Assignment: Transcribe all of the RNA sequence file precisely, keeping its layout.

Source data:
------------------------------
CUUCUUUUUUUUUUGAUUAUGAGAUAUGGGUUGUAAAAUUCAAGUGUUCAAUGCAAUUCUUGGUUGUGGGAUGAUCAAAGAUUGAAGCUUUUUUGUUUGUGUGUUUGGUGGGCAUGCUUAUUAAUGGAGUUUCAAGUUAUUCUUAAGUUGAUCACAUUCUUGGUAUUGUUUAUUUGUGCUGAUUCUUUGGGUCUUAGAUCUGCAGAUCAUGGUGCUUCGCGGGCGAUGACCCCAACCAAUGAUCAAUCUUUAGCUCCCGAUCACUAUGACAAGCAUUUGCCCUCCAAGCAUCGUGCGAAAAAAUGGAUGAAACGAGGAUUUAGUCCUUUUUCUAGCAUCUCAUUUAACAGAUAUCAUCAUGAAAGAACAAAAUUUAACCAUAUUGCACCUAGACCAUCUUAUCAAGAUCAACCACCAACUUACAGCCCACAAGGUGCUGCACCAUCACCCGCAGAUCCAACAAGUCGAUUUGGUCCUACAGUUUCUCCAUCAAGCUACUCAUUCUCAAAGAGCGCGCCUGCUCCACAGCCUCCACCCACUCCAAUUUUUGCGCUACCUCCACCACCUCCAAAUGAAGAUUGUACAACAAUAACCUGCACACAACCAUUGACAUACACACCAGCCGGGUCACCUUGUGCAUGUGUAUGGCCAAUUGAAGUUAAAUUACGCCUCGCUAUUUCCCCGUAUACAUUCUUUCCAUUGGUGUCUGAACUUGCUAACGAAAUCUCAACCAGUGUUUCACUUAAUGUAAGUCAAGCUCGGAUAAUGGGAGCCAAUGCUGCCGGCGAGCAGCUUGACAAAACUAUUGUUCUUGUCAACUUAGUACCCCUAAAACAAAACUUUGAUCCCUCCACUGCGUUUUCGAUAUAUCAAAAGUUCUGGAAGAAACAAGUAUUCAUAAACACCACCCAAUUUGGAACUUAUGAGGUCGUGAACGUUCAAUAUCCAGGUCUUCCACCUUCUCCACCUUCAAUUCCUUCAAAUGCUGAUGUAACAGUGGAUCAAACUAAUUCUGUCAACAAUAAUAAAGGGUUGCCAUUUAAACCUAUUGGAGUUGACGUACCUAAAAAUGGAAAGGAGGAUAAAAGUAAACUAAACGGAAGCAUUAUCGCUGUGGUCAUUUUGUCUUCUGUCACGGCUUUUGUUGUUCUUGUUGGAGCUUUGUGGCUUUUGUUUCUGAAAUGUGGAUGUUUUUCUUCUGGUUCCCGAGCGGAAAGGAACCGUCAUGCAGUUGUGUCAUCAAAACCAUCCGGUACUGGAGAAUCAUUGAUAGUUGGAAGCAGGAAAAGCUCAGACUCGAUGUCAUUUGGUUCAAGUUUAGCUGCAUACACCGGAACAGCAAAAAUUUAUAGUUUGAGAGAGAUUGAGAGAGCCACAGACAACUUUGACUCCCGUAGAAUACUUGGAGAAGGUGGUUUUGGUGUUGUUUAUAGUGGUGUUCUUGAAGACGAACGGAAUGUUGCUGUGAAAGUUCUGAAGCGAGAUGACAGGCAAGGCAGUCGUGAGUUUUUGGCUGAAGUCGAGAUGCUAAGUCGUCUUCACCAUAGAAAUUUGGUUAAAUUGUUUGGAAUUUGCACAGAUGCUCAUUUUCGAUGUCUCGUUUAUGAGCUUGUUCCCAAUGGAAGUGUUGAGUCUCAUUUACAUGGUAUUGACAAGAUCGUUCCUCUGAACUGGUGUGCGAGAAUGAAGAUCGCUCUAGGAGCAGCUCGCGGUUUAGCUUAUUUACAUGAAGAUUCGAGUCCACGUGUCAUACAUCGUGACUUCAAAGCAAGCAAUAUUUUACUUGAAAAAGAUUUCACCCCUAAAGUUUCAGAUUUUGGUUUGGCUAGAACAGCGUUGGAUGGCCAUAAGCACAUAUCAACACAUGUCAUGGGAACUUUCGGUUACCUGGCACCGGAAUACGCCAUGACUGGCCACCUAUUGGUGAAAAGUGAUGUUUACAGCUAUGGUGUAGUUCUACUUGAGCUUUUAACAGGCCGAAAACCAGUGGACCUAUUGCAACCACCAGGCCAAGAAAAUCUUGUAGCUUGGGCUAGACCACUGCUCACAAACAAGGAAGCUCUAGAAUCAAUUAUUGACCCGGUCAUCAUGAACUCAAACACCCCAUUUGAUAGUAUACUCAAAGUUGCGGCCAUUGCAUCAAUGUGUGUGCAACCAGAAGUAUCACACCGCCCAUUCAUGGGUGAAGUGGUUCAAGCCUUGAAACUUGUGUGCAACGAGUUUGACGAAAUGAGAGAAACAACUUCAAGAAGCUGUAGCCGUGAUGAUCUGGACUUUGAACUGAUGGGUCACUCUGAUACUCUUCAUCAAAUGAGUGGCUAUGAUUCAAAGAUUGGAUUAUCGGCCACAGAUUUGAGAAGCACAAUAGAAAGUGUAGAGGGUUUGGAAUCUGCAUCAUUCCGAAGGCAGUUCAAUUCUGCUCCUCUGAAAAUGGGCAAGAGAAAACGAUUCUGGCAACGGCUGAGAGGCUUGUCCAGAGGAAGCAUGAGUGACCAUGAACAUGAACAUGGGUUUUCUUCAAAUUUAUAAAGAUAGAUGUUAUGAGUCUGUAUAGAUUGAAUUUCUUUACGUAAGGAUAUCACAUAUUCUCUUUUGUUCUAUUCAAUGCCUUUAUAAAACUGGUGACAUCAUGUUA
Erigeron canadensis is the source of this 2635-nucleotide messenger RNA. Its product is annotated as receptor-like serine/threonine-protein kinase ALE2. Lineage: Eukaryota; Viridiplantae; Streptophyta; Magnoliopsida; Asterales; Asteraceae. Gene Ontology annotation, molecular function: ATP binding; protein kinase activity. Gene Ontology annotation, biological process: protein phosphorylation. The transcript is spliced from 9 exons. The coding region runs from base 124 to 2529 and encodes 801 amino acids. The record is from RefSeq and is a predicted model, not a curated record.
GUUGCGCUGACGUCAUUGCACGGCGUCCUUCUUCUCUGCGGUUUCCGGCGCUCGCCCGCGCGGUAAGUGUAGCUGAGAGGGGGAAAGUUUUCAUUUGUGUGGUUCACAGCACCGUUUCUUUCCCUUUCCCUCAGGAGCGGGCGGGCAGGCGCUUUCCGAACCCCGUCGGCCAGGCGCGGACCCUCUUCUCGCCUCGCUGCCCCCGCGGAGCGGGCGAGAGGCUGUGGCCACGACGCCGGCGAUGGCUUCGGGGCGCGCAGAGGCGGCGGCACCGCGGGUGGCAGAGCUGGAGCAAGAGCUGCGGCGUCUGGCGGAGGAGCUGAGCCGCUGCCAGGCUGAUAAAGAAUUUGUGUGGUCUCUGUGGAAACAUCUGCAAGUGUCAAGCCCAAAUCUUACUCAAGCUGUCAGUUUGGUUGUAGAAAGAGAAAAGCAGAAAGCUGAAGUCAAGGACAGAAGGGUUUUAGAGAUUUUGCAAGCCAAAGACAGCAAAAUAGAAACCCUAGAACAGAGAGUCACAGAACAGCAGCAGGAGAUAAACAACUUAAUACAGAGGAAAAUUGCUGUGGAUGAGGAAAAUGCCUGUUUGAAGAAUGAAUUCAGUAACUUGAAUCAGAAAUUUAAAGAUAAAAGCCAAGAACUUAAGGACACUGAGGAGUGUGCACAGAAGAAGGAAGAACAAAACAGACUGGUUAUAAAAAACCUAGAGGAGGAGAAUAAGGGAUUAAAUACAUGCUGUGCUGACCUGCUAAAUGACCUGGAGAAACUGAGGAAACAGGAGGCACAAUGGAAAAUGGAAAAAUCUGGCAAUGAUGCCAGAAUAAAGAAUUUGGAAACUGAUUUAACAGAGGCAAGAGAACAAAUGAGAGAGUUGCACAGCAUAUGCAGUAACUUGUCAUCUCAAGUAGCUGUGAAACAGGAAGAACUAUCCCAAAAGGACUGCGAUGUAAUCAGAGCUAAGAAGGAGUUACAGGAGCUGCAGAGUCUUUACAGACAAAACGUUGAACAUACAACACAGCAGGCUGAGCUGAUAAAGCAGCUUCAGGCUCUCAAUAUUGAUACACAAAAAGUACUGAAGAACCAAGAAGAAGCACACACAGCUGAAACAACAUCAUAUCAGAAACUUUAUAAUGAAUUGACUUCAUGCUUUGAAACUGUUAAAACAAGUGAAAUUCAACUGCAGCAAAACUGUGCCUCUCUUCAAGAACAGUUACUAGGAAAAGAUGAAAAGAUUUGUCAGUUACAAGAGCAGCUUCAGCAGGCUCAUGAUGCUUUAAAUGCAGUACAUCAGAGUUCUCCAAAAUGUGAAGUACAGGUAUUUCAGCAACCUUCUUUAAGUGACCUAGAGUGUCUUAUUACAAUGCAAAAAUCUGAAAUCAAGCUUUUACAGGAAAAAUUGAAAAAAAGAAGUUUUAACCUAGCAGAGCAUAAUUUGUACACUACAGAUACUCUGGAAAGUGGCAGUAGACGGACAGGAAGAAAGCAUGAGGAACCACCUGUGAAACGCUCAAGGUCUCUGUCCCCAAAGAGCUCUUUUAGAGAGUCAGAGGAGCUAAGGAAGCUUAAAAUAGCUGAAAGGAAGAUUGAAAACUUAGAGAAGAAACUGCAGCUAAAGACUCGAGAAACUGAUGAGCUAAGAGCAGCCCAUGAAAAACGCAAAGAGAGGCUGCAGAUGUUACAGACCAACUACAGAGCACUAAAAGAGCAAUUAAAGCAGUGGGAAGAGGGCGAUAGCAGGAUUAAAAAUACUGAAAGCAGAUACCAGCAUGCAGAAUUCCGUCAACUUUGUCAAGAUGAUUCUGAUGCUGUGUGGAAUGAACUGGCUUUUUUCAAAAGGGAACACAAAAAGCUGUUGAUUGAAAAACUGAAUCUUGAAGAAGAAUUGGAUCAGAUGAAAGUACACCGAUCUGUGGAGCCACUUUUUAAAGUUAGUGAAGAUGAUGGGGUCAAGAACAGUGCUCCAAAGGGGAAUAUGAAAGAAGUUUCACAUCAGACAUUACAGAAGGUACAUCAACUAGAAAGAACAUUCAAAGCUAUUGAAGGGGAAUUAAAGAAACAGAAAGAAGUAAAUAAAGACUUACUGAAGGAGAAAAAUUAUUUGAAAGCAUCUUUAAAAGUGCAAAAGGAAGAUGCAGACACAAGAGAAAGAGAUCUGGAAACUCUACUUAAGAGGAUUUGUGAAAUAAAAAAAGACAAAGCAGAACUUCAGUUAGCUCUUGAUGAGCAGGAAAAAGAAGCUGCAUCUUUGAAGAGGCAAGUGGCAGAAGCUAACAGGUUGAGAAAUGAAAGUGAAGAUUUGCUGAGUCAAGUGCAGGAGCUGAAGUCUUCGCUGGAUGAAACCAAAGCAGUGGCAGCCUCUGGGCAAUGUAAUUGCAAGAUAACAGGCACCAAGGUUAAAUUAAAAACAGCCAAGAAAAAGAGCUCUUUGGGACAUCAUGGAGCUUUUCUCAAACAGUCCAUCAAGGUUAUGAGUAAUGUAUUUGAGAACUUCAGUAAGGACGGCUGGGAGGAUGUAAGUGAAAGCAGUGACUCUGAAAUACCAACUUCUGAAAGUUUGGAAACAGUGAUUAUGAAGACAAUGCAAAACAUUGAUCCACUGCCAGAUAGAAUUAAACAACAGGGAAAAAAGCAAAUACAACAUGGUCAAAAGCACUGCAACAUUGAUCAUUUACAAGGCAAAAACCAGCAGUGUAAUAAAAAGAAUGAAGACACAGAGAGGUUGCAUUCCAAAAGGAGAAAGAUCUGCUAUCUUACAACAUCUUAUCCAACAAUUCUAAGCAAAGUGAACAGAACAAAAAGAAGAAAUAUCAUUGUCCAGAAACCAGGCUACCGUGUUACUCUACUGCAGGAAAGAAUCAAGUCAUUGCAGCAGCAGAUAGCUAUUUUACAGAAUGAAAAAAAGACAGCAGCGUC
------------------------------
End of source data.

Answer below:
CUUCUUUUUUUUUUGAUUAUGAGAUAUGGGUUGUAAAAUUCAAGUGUUCAAUGCAAUUCUUGGUUGUGGGAUGAUCAAAGAUUGAAGCUUUUUUGUUUGUGUGUUUGGUGGGCAUGCUUAUUAAUGGAGUUUCAAGUUAUUCUUAAGUUGAUCACAUUCUUGGUAUUGUUUAUUUGUGCUGAUUCUUUGGGUCUUAGAUCUGCAGAUCAUGGUGCUUCGCGGGCGAUGACCCCAACCAAUGAUCAAUCUUUAGCUCCCGAUCACUAUGACAAGCAUUUGCCCUCCAAGCAUCGUGCGAAAAAAUGGAUGAAACGAGGAUUUAGUCCUUUUUCUAGCAUCUCAUUUAACAGAUAUCAUCAUGAAAGAACAAAAUUUAACCAUAUUGCACCUAGACCAUCUUAUCAAGAUCAACCACCAACUUACAGCCCACAAGGUGCUGCACCAUCACCCGCAGAUCCAACAAGUCGAUUUGGUCCUACAGUUUCUCCAUCAAGCUACUCAUUCUCAAAGAGCGCGCCUGCUCCACAGCCUCCACCCACUCCAAUUUUUGCGCUACCUCCACCACCUCCAAAUGAAGAUUGUACAACAAUAACCUGCACACAACCAUUGACAUACACACCAGCCGGGUCACCUUGUGCAUGUGUAUGGCCAAUUGAAGUUAAAUUACGCCUCGCUAUUUCCCCGUAUACAUUCUUUCCAUUGGUGUCUGAACUUGCUAACGAAAUCUCAACCAGUGUUUCACUUAAUGUAAGUCAAGCUCGGAUAAUGGGAGCCAAUGCUGCCGGCGAGCAGCUUGACAAAACUAUUGUUCUUGUCAACUUAGUACCCCUAAAACAAAACUUUGAUCCCUCCACUGCGUUUUCGAUAUAUCAAAAGUUCUGGAAGAAACAAGUAUUCAUAAACACCACCCAAUUUGGAACUUAUGAGGUCGUGAACGUUCAAUAUCCAGGUCUUCCACCUUCUCCACCUUCAAUUCCUUCAAAUGCUGAUGUAACAGUGGAUCAAACUAAUUCUGUCAACAAUAAUAAAGGGUUGCCAUUUAAACCUAUUGGAGUUGACGUACCUAAAAAUGGAAAGGAGGAUAAAAGUAAACUAAACGGAAGCAUUAUCGCUGUGGUCAUUUUGUCUUCUGUCACGGCUUUUGUUGUUCUUGUUGGAGCUUUGUGGCUUUUGUUUCUGAAAUGUGGAUGUUUUUCUUCUGGUUCCCGAGCGGAAAGGAACCGUCAUGCAGUUGUGUCAUCAAAACCAUCCGGUACUGGAGAAUCAUUGAUAGUUGGAAGCAGGAAAAGCUCAGACUCGAUGUCAUUUGGUUCAAGUUUAGCUGCAUACACCGGAACAGCAAAAAUUUAUAGUUUGAGAGAGAUUGAGAGAGCCACAGACAACUUUGACUCCCGUAGAAUACUUGGAGAAGGUGGUUUUGGUGUUGUUUAUAGUGGUGUUCUUGAAGACGAACGGAAUGUUGCUGUGAAAGUUCUGAAGCGAGAUGACAGGCAAGGCAGUCGUGAGUUUUUGGCUGAAGUCGAGAUGCUAAGUCGUCUUCACCAUAGAAAUUUGGUUAAAUUGUUUGGAAUUUGCACAGAUGCUCAUUUUCGAUGUCUCGUUUAUGAGCUUGUUCCCAAUGGAAGUGUUGAGUCUCAUUUACAUGGUAUUGACAAGAUCGUUCCUCUGAACUGGUGUGCGAGAAUGAAGAUCGCUCUAGGAGCAGCUCGCGGUUUAGCUUAUUUACAUGAAGAUUCGAGUCCACGUGUCAUACAUCGUGACUUCAAAGCAAGCAAUAUUUUACUUGAAAAAGAUUUCACCCCUAAAGUUUCAGAUUUUGGUUUGGCUAGAACAGCGUUGGAUGGCCAUAAGCACAUAUCAACACAUGUCAUGGGAACUUUCGGUUACCUGGCACCGGAAUACGCCAUGACUGGCCACCUAUUGGUGAAAAGUGAUGUUUACAGCUAUGGUGUAGUUCUACUUGAGCUUUUAACAGGCCGAAAACCAGUGGACCUAUUGCAACCACCAGGCCAAGAAAAUCUUGUAGCUUGGGCUAGACCACUGCUCACAAACAAGGAAGCUCUAGAAUCAAUUAUUGACCCGGUCAUCAUGAACUCAAACACCCCAUUUGAUAGUAUACUCAAAGUUGCGGCCAUUGCAUCAAUGUGUGUGCAACCAGAAGUAUCACACCGCCCAUUCAUGGGUGAAGUGGUUCAAGCCUUGAAACUUGUGUGCAACGAGUUUGACGAAAUGAGAGAAACAACUUCAAGAAGCUGUAGCCGUGAUGAUCUGGACUUUGAACUGAUGGGUCACUCUGAUACUCUUCAUCAAAUGAGUGGCUAUGAUUCAAAGAUUGGAUUAUCGGCCACAGAUUUGAGAAGCACAAUAGAAAGUGUAGAGGGUUUGGAAUCUGCAUCAUUCCGAAGGCAGUUCAAUUCUGCUCCUCUGAAAAUGGGCAAGAGAAAACGAUUCUGGCAACGGCUGAGAGGCUUGUCCAGAGGAAGCAUGAGUGACCAUGAACAUGAACAUGGGUUUUCUUCAAAUUUAUAAAGAUAGAUGUUAUGAGUCUGUAUAGAUUGAAUUUCUUUACGUAAGGAUAUCACAUAUUCUCUUUUGUUCUAUUCAAUGCCUUUAUAAAACUGGUGACAUCAUGUUA
Erigeron canadensis is the source of this 2635-nucleotide messenger RNA. Its product is annotated as receptor-like serine/threonine-protein kinase ALE2. Lineage: Eukaryota; Viridiplantae; Streptophyta; Magnoliopsida; Asterales; Asteraceae. Gene Ontology annotation, molecular function: ATP binding; protein kinase activity. Gene Ontology annotation, biological process: protein phosphorylation. The transcript is spliced from 9 exons. The coding region runs from base 124 to 2529 and encodes 801 amino acids. The record is from RefSeq and is a predicted model, not a curated record.
GUUGCGCUGACGUCAUUGCACGGCGUCCUUCUUCUCUGCGGUUUCCGGCGCUCGCCCGCGCGGUAAGUGUAGCUGAGAGGGGGAAAGUUUUCAUUUGUGUGGUUCACAGCACCGUUUCUUUCCCUUUCCCUCAGGAGCGGGCGGGCAGGCGCUUUCCGAACCCCGUCGGCCAGGCGCGGACCCUCUUCUCGCCUCGCUGCCCCCGCGGAGCGGGCGAGAGGCUGUGGCCACGACGCCGGCGAUGGCUUCGGGGCGCGCAGAGGCGGCGGCACCGCGGGUGGCAGAGCUGGAGCAAGAGCUGCGGCGUCUGGCGGAGGAGCUGAGCCGCUGCCAGGCUGAUAAAGAAUUUGUGUGGUCUCUGUGGAAACAUCUGCAAGUGUCAAGCCCAAAUCUUACUCAAGCUGUCAGUUUGGUUGUAGAAAGAGAAAAGCAGAAAGCUGAAGUCAAGGACAGAAGGGUUUUAGAGAUUUUGCAAGCCAAAGACAGCAAAAUAGAAACCCUAGAACAGAGAGUCACAGAACAGCAGCAGGAGAUAAACAACUUAAUACAGAGGAAAAUUGCUGUGGAUGAGGAAAAUGCCUGUUUGAAGAAUGAAUUCAGUAACUUGAAUCAGAAAUUUAAAGAUAAAAGCCAAGAACUUAAGGACACUGAGGAGUGUGCACAGAAGAAGGAAGAACAAAACAGACUGGUUAUAAAAAACCUAGAGGAGGAGAAUAAGGGAUUAAAUACAUGCUGUGCUGACCUGCUAAAUGACCUGGAGAAACUGAGGAAACAGGAGGCACAAUGGAAAAUGGAAAAAUCUGGCAAUGAUGCCAGAAUAAAGAAUUUGGAAACUGAUUUAACAGAGGCAAGAGAACAAAUGAGAGAGUUGCACAGCAUAUGCAGUAACUUGUCAUCUCAAGUAGCUGUGAAACAGGAAGAACUAUCCCAAAAGGACUGCGAUGUAAUCAGAGCUAAGAAGGAGUUACAGGAGCUGCAGAGUCUUUACAGACAAAACGUUGAACAUACAACACAGCAGGCUGAGCUGAUAAAGCAGCUUCAGGCUCUCAAUAUUGAUACACAAAAAGUACUGAAGAACCAAGAAGAAGCACACACAGCUGAAACAACAUCAUAUCAGAAACUUUAUAAUGAAUUGACUUCAUGCUUUGAAACUGUUAAAACAAGUGAAAUUCAACUGCAGCAAAACUGUGCCUCUCUUCAAGAACAGUUACUAGGAAAAGAUGAAAAGAUUUGUCAGUUACAAGAGCAGCUUCAGCAGGCUCAUGAUGCUUUAAAUGCAGUACAUCAGAGUUCUCCAAAAUGUGAAGUACAGGUAUUUCAGCAACCUUCUUUAAGUGACCUAGAGUGUCUUAUUACAAUGCAAAAAUCUGAAAUCAAGCUUUUACAGGAAAAAUUGAAAAAAAGAAGUUUUAACCUAGCAGAGCAUAAUUUGUACACUACAGAUACUCUGGAAAGUGGCAGUAGACGGACAGGAAGAAAGCAUGAGGAACCACCUGUGAAACGCUCAAGGUCUCUGUCCCCAAAGAGCUCUUUUAGAGAGUCAGAGGAGCUAAGGAAGCUUAAAAUAGCUGAAAGGAAGAUUGAAAACUUAGAGAAGAAACUGCAGCUAAAGACUCGAGAAACUGAUGAGCUAAGAGCAGCCCAUGAAAAACGCAAAGAGAGGCUGCAGAUGUUACAGACCAACUACAGAGCACUAAAAGAGCAAUUAAAGCAGUGGGAAGAGGGCGAUAGCAGGAUUAAAAAUACUGAAAGCAGAUACCAGCAUGCAGAAUUCCGUCAACUUUGUCAAGAUGAUUCUGAUGCUGUGUGGAAUGAACUGGCUUUUUUCAAAAGGGAACACAAAAAGCUGUUGAUUGAAAAACUGAAUCUUGAAGAAGAAUUGGAUCAGAUGAAAGUACACCGAUCUGUGGAGCCACUUUUUAAAGUUAGUGAAGAUGAUGGGGUCAAGAACAGUGCUCCAAAGGGGAAUAUGAAAGAAGUUUCACAUCAGACAUUACAGAAGGUACAUCAACUAGAAAGAACAUUCAAAGCUAUUGAAGGGGAAUUAAAGAAACAGAAAGAAGUAAAUAAAGACUUACUGAAGGAGAAAAAUUAUUUGAAAGCAUCUUUAAAAGUGCAAAAGGAAGAUGCAGACACAAGAGAAAGAGAUCUGGAAACUCUACUUAAGAGGAUUUGUGAAAUAAAAAAAGACAAAGCAGAACUUCAGUUAGCUCUUGAUGAGCAGGAAAAAGAAGCUGCAUCUUUGAAGAGGCAAGUGGCAGAAGCUAACAGGUUGAGAAAUGAAAGUGAAGAUUUGCUGAGUCAAGUGCAGGAGCUGAAGUCUUCGCUGGAUGAAACCAAAGCAGUGGCAGCCUCUGGGCAAUGUAAUUGCAAGAUAACAGGCACCAAGGUUAAAUUAAAAACAGCCAAGAAAAAGAGCUCUUUGGGACAUCAUGGAGCUUUUCUCAAACAGUCCAUCAAGGUUAUGAGUAAUGUAUUUGAGAACUUCAGUAAGGACGGCUGGGAGGAUGUAAGUGAAAGCAGUGACUCUGAAAUACCAACUUCUGAAAGUUUGGAAACAGUGAUUAUGAAGACAAUGCAAAACAUUGAUCCACUGCCAGAUAGAAUUAAACAACAGGGAAAAAAGCAAAUACAACAUGGUCAAAAGCACUGCAACAUUGAUCAUUUACAAGGCAAAAACCAGCAGUGUAAUAAAAAGAAUGAAGACACAGAGAGGUUGCAUUCCAAAAGGAGAAAGAUCUGCUAUCUUACAACAUCUUAUCCAACAAUUCUAAGCAAAGUGAACAGAACAAAAAGAAGAAAUAUCAUUGUCCAGAAACCAGGCUACCGUGUUACUCUACUGCAGGAAAGAAUCAAGUCAUUGCAGCAGCAGAUAGCUAUUUUACAGAAUGAAAAAAAGACAGCAGCGUC